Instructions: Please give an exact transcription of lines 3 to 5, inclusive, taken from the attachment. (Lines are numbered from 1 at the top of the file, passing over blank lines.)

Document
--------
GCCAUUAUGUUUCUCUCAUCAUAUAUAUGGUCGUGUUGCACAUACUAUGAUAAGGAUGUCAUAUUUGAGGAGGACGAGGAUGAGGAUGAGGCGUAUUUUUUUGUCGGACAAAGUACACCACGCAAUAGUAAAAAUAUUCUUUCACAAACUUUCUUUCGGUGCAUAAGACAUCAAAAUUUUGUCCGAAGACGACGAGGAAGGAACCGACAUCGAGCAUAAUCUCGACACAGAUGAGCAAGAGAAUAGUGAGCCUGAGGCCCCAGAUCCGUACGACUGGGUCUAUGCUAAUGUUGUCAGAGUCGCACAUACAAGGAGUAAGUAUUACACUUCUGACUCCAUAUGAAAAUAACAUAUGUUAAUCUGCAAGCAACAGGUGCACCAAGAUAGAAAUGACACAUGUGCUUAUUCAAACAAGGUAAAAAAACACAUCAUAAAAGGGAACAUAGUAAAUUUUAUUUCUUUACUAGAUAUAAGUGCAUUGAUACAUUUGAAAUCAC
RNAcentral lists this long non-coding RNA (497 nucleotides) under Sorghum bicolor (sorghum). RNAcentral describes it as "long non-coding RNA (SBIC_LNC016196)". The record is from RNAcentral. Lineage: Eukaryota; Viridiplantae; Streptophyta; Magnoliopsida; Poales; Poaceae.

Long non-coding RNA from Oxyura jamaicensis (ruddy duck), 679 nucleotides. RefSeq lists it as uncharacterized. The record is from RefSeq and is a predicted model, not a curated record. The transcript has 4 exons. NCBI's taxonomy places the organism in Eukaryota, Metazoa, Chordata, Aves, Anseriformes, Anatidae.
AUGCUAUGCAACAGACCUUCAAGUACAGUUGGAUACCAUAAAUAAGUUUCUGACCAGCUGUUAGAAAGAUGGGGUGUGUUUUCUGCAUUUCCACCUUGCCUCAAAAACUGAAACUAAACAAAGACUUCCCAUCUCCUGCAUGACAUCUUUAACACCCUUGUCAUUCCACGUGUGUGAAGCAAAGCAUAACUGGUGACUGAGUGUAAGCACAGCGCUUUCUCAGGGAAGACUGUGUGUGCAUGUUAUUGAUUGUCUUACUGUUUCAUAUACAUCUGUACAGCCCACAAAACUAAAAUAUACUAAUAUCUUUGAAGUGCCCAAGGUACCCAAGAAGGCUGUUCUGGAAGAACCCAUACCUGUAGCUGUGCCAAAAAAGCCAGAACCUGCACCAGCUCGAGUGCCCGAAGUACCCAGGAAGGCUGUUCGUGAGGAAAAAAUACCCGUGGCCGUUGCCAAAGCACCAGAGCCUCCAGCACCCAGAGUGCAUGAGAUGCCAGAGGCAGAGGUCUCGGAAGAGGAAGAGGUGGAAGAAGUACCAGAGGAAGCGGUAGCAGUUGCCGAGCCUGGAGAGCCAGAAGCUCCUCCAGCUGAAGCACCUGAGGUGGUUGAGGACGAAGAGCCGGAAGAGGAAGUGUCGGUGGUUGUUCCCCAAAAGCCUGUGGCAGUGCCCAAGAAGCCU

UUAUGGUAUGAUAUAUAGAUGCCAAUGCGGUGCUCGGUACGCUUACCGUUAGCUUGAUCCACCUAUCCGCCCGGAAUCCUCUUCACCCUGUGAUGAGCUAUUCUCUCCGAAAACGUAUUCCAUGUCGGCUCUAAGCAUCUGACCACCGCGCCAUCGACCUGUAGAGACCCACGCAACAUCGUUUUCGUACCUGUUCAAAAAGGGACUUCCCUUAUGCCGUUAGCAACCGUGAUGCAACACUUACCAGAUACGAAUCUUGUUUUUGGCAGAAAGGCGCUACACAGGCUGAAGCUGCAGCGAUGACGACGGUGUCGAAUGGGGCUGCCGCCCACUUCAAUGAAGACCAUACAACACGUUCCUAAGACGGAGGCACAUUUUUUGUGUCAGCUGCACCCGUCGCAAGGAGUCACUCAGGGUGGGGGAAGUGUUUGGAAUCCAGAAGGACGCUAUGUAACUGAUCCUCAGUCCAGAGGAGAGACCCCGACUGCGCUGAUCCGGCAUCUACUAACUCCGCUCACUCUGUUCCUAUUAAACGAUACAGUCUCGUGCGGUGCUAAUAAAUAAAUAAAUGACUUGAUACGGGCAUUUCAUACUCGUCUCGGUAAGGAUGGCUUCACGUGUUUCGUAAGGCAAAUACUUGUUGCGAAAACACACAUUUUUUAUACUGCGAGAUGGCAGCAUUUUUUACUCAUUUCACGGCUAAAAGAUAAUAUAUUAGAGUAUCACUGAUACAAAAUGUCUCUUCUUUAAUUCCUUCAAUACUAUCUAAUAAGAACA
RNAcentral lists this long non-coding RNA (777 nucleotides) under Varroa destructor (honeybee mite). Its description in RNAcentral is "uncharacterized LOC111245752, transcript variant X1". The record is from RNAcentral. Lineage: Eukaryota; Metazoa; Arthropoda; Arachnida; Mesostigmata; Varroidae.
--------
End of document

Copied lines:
Long non-coding RNA from Oxyura jamaicensis (ruddy duck), 679 nucleotides. RefSeq lists it as uncharacterized. The record is from RefSeq and is a predicted model, not a curated record. The transcript has 4 exons. NCBI's taxonomy places the organism in Eukaryota, Metazoa, Chordata, Aves, Anseriformes, Anatidae.
AUGCUAUGCAACAGACCUUCAAGUACAGUUGGAUACCAUAAAUAAGUUUCUGACCAGCUGUUAGAAAGAUGGGGUGUGUUUUCUGCAUUUCCACCUUGCCUCAAAAACUGAAACUAAACAAAGACUUCCCAUCUCCUGCAUGACAUCUUUAACACCCUUGUCAUUCCACGUGUGUGAAGCAAAGCAUAACUGGUGACUGAGUGUAAGCACAGCGCUUUCUCAGGGAAGACUGUGUGUGCAUGUUAUUGAUUGUCUUACUGUUUCAUAUACAUCUGUACAGCCCACAAAACUAAAAUAUACUAAUAUCUUUGAAGUGCCCAAGGUACCCAAGAAGGCUGUUCUGGAAGAACCCAUACCUGUAGCUGUGCCAAAAAAGCCAGAACCUGCACCAGCUCGAGUGCCCGAAGUACCCAGGAAGGCUGUUCGUGAGGAAAAAAUACCCGUGGCCGUUGCCAAAGCACCAGAGCCUCCAGCACCCAGAGUGCAUGAGAUGCCAGAGGCAGAGGUCUCGGAAGAGGAAGAGGUGGAAGAAGUACCAGAGGAAGCGGUAGCAGUUGCCGAGCCUGGAGAGCCAGAAGCUCCUCCAGCUGAAGCACCUGAGGUGGUUGAGGACGAAGAGCCGGAAGAGGAAGUGUCGGUGGUUGUUCCCCAAAAGCCUGUGGCAGUGCCCAAGAAGCCU

UUAUGGUAUGAUAUAUAGAUGCCAAUGCGGUGCUCGGUACGCUUACCGUUAGCUUGAUCCACCUAUCCGCCCGGAAUCCUCUUCACCCUGUGAUGAGCUAUUCUCUCCGAAAACGUAUUCCAUGUCGGCUCUAAGCAUCUGACCACCGCGCCAUCGACCUGUAGAGACCCACGCAACAUCGUUUUCGUACCUGUUCAAAAAGGGACUUCCCUUAUGCCGUUAGCAACCGUGAUGCAACACUUACCAGAUACGAAUCUUGUUUUUGGCAGAAAGGCGCUACACAGGCUGAAGCUGCAGCGAUGACGACGGUGUCGAAUGGGGCUGCCGCCCACUUCAAUGAAGACCAUACAACACGUUCCUAAGACGGAGGCACAUUUUUUGUGUCAGCUGCACCCGUCGCAAGGAGUCACUCAGGGUGGGGGAAGUGUUUGGAAUCCAGAAGGACGCUAUGUAACUGAUCCUCAGUCCAGAGGAGAGACCCCGACUGCGCUGAUCCGGCAUCUACUAACUCCGCUCACUCUGUUCCUAUUAAACGAUACAGUCUCGUGCGGUGCUAAUAAAUAAAUAAAUGACUUGAUACGGGCAUUUCAUACUCGUCUCGGUAAGGAUGGCUUCACGUGUUUCGUAAGGCAAAUACUUGUUGCGAAAACACACAUUUUUUAUACUGCGAGAUGGCAGCAUUUUUUACUCAUUUCACGGCUAAAAGAUAAUAUAUUAGAGUAUCACUGAUACAAAAUGUCUCUUCUUUAAUUCCUUCAAUACUAUCUAAUAAGAACA